34. When the final Ruling is issued, it is proposed to apply to years of income commencing both before and after its date of issue. However, this Ruling will not apply to taxpayers to the extent that it conflicts with the terms of a settlement of a dispute agreed to before the date of issue of this Ruling (see paragraphs 75 and 76 of Taxation Ruling TR 2006/10 Public Rulings).

Commissioner of Taxation
11 July 2018

Appendix 1 - Your comments

35. You are invited to comment on this draft Ruling, including the proposed date of effect. Please forward your comments to the contact officer by the due date.

36. A compendium of comments is prepared for the consideration of the relevant Public Advice and Guidance Panel or relevant tax officers. An edited version (names and identifying information removed) of the compendium of comments will also be prepared to:

·
provide responses to persons providing comments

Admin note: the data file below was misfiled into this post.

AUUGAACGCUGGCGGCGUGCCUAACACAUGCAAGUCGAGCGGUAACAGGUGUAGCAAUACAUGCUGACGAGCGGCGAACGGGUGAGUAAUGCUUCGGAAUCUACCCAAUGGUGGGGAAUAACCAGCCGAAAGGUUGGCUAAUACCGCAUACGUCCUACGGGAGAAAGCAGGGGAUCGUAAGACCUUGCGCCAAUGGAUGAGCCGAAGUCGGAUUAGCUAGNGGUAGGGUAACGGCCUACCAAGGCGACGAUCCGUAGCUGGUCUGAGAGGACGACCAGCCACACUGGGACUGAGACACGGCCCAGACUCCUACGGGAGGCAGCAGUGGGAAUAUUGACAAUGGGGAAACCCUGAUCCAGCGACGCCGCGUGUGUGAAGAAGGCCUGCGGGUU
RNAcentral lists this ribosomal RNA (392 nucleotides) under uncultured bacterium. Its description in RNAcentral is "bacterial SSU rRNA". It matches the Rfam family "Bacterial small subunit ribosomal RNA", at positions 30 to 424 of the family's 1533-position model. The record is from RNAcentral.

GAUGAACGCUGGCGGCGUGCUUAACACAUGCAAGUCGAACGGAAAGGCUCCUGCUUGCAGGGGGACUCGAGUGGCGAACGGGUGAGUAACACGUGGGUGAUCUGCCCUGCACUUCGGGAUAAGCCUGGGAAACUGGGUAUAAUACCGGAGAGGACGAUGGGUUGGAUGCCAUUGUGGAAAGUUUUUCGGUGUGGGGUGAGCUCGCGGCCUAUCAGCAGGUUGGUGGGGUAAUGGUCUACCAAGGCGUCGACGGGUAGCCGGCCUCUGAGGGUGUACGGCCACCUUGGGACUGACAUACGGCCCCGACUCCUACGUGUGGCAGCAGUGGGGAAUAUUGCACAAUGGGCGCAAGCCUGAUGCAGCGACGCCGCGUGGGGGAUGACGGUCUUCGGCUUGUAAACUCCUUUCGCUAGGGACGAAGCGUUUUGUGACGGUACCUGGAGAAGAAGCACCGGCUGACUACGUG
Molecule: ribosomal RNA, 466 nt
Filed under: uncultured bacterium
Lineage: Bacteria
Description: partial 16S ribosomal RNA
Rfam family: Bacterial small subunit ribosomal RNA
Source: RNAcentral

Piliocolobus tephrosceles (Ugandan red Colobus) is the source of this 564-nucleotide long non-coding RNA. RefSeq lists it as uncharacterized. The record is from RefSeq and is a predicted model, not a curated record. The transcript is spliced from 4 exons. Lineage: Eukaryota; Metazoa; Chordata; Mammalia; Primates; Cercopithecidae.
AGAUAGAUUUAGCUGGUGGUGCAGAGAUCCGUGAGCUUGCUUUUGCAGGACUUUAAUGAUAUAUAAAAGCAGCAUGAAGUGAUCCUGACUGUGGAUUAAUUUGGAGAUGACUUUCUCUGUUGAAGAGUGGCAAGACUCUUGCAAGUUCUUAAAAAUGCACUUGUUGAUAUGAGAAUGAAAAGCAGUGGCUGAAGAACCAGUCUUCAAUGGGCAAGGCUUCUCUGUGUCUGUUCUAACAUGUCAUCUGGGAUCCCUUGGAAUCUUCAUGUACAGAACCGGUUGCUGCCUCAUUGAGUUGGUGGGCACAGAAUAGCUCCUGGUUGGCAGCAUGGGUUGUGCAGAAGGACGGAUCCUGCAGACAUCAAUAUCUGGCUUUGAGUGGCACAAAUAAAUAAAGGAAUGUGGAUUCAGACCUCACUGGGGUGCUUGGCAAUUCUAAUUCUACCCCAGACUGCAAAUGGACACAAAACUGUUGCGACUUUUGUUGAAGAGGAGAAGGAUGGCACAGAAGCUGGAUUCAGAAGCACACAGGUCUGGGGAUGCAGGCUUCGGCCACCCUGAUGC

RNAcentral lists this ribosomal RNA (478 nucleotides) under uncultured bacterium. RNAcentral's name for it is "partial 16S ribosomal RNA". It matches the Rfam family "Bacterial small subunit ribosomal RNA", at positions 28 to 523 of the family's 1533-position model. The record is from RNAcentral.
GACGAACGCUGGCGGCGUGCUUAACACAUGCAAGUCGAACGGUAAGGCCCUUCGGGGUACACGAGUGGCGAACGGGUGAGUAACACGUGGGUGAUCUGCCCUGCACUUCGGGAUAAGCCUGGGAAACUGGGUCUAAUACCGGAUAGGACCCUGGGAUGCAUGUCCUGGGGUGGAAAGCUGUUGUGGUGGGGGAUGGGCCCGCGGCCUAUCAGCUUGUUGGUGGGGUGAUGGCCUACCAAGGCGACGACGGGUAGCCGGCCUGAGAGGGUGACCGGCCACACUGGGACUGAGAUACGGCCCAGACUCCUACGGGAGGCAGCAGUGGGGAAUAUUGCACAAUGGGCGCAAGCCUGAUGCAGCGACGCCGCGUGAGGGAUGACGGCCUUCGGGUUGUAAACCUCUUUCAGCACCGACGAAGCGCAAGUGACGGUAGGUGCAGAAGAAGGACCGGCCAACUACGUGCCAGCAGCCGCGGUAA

·
be published on the ATO website at www.ato.gov.au.

Please advise if you do not want your comments included in the edited version of the compendium.

Due date: 24 August 2018
Contact officer: Sonya Hargreaves
Email address: Sonya.Hargreaves@ato.gov.au
Telephone: (03) 6221 0405
Facsimile: (03) 6221 0044
Address: Australian Taxation Office
GPO Box 9977
Hobart TAS 7001

Appendix 2 - Detailed contents list

37. The following is a detailed contents list for this draft Ruling:

Paragraph
Summary - what this draft Ruling is about 1
Previous rulings 2
Ruling 3
A benefit is provided by a registered religious institution 6
To an employee religious practitioner, or their spouse or child 10
Employee 10
Religious practitioner 11
In respect of the religious practitioner's pastoral duties or directly related religious activities 17
What are pastoral duties? 19
What are directly related religious activities? 20
Examples 25
Example 1 - duties that are exclusively or predominantly pastoral 25
Example 2 - duties that are pastoral and non-pastoral 26
Example 3 - duties that are not pastoral or 'directly related religious activities' 27
Example 4 - duties that are 'directly related religious activities' 28
Example 5 - duties that are predominantly administrative 29